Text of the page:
Lunar Knights marks Konami’s interesting new foray into the Boktai series, which is now appearing for the first time on the Nintendo DS. While gamers have always seemed to have mixed opinions on the series that “forced” people to play under the sun, what happens when you take the sun away from the game’s universe?
Straying away from once again using the infamous sunlight sensor, Lunar Knights launches players into a world where vampires have succeeded in placing the world under perpetual darkness. While this might seem like a bad thing at first, it initially puts players in the shoes of Lucian, a seriously pissed off sword-toting vampire hunter whose inhuman powers derive from absorbing the light of the moon.
Following strings of leads, Lucian tackles one of the head vampires, which puts a hole in the blanket of darkness engulfing the planet. Finally, with a shred of sunlight now hitting earth, the game’s second character, Aaron, armed with what seems to be a useless solar gun, realizes his potential and sets off with Lucian to rid the world of the evil vampires.
While players initially control only Lucian or Aaron through the story’s introductions, when the two heroes meet, they can be switched on the fly with a press of the select button. This element becomes crucial to progression in the game as with the light sensor gone from the Boktai cartridges, Lunar Knights uses an in game day and night cycle.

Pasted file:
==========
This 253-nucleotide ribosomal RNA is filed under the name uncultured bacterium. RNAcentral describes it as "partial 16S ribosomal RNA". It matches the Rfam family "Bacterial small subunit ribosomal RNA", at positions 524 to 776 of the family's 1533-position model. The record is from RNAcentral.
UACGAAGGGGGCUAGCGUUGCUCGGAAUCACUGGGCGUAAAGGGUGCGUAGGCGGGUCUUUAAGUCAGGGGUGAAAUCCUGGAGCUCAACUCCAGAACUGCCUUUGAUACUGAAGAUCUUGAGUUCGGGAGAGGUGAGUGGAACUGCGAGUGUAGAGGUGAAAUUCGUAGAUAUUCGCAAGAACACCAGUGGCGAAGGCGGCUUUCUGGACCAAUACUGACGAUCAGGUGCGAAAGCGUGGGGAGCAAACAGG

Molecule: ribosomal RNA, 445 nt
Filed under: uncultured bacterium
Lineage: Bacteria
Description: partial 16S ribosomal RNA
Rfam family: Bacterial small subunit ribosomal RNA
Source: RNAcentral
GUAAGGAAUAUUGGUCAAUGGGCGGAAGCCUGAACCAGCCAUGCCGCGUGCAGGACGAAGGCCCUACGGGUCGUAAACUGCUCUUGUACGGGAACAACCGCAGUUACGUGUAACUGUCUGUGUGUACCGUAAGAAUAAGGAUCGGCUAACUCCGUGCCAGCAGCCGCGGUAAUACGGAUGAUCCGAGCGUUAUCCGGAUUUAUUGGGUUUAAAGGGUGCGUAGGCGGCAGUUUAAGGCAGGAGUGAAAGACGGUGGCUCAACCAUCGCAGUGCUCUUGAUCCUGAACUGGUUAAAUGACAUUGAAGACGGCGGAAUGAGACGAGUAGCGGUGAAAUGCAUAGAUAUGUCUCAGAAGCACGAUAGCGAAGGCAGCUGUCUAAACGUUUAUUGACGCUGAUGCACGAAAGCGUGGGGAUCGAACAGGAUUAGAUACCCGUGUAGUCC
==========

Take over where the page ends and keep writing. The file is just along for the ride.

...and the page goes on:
To further stress strategies, the top screen of the DS not only indicates what time of the day it is, but also the current weather conditions. Cloudy conditions will obviously block the sun or moon and traveling indoors will also hinder access to whichever light is currently available. If characters have no access to light, they will have to depend on restoration items players pick up through the course of the game – thankfully, they are plentiful.
While the changes mix Lunar Knights up in a good way, the core mechanics of the game stay the same. Each area has a denizen of baddies to hack and shoot through and as the kills tally up, so does a character’s experience. By leveling up, the game will throw stat points your way to distribute in areas that raise the attack, life and magical levels of that character. All of this culminates in a very satisfying dungeon crawling romp that plays very reminiscent of what Castlevania would play like in an isometric view.